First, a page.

Kony 2012 Organization Exposed; Supports Military Dictatorship, Makes Millions Off Fake Cause

0 Posted by - March 13, 2012 - Career & Business, Conspiracies & Scandals, Economics, Film & Television, Foreign Affairs, Military, Police State, Religion, Video

invisiblechildren12 300x225 Kony 2012 Organization Exposed; Supports Military Dictatorship, Makes Millions Off Fake CauseAccording to Jason Russell’s appearance on the Today show several days ago, over 500,000 action kits have been ordered at $30 a piece, meaning this campaign has brought in a minimum of $15M in revenue this week. This is great news: at least 500,000 people are “advocate[s] of awesome” according to the group’s webstore! So where’s that money going? I’ll leave it to Jedidiah Jenkins, Invisible Children’s Director of Ideology:

Thirty-seven percent of our budget goes directly to central African-related programs, about 20 percent goes to salaries and overhead, and the remaining 43 percent goes to our awareness programs. […] But aside from that, the truth about Invisible Children is that we are not an aid organization, and we don’t intend to be. I think people think we’re over there delivering shoes or food. But we are an advocacy and awareness organization.”

Yes, you heard it from Invisible Children: more money goes to awareness than to Africa.

More detailed breakdown from the Guardian’s Julian Borger, John Vidal, and Rosebell Kagumire in Kampala, Uganda:

“Invisible Children’s accounts show it is a cash rich operation, which more than tripled its income to $9m (£5.68m) in 2011, mainly from personal donations. Of this, nearly 25% was spent on travel and film-making. Most of the money raised has been spent in the US. The accounts show $1.7m went on US employee salaries, $850,000 in film production costs, $244,000 in “professional services” – thought to be Washington lobbyists – and $1.07m in travel expenses. Nearly $400,000 was spent on offices in San Diego.”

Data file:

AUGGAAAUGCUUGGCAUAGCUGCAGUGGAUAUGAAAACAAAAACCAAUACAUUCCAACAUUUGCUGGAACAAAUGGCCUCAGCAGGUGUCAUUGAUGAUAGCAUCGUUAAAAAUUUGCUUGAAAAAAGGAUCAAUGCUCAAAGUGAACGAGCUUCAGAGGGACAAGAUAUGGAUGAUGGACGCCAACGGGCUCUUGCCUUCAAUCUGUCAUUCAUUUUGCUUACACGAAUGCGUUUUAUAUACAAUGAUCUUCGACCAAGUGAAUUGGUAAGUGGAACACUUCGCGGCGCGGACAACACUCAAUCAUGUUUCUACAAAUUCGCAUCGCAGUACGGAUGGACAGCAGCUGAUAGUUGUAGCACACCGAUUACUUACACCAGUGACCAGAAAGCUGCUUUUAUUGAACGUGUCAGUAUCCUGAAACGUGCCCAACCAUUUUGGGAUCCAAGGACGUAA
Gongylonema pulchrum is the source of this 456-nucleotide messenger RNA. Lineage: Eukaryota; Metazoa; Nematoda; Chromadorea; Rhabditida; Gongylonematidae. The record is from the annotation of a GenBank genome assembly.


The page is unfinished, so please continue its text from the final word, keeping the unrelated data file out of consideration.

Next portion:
Information about how they intend to spend their windfall 2012 revenue of a bare minimum of $15M has not been released, but as I wrote earlier, at least $3000 would’ve gone to flying me to both San Diego and Africa had I allowed them to do so. (Story behind that at the bottom of this post.) If I were Invisible Children, I’d start talking about where this new money’s going. I’m emailing Jason and Ben a link to this post to see if they’re willing to post a financial plan for the year ahead – is there yet another film in store?

RELATED: Kony 2012 charity to release new video addressing criticism of viral campaign


Kony 2012 Group Supports Uganda’s Brutal Military Dictatorship

The Daily What
Monday, March 12, 2012

On Kony 2012: I honestly wanted to stay as far away as possible from KONY 2012, the latest fauxtivist fad sweeping the web (remember “change your Facebook profile pic to stop child abuse”?), but you clearly won’t stop sending me that damn video until I say something about it, so here goes:

Stop sending me that video.

The organization behind Kony 2012 — Invisible Children Inc. — is an extremely shady nonprofit that has been called ”misleading,” “naive,” and “dangerous” by a Yale political science professor, and has been accused by Foreign Affairs of “manipulat[ing] facts for strategic purposes.” They have also been criticized by the Better Business Bureau for refusing to provide information necessary to determine if IC meets the Bureau’s standards.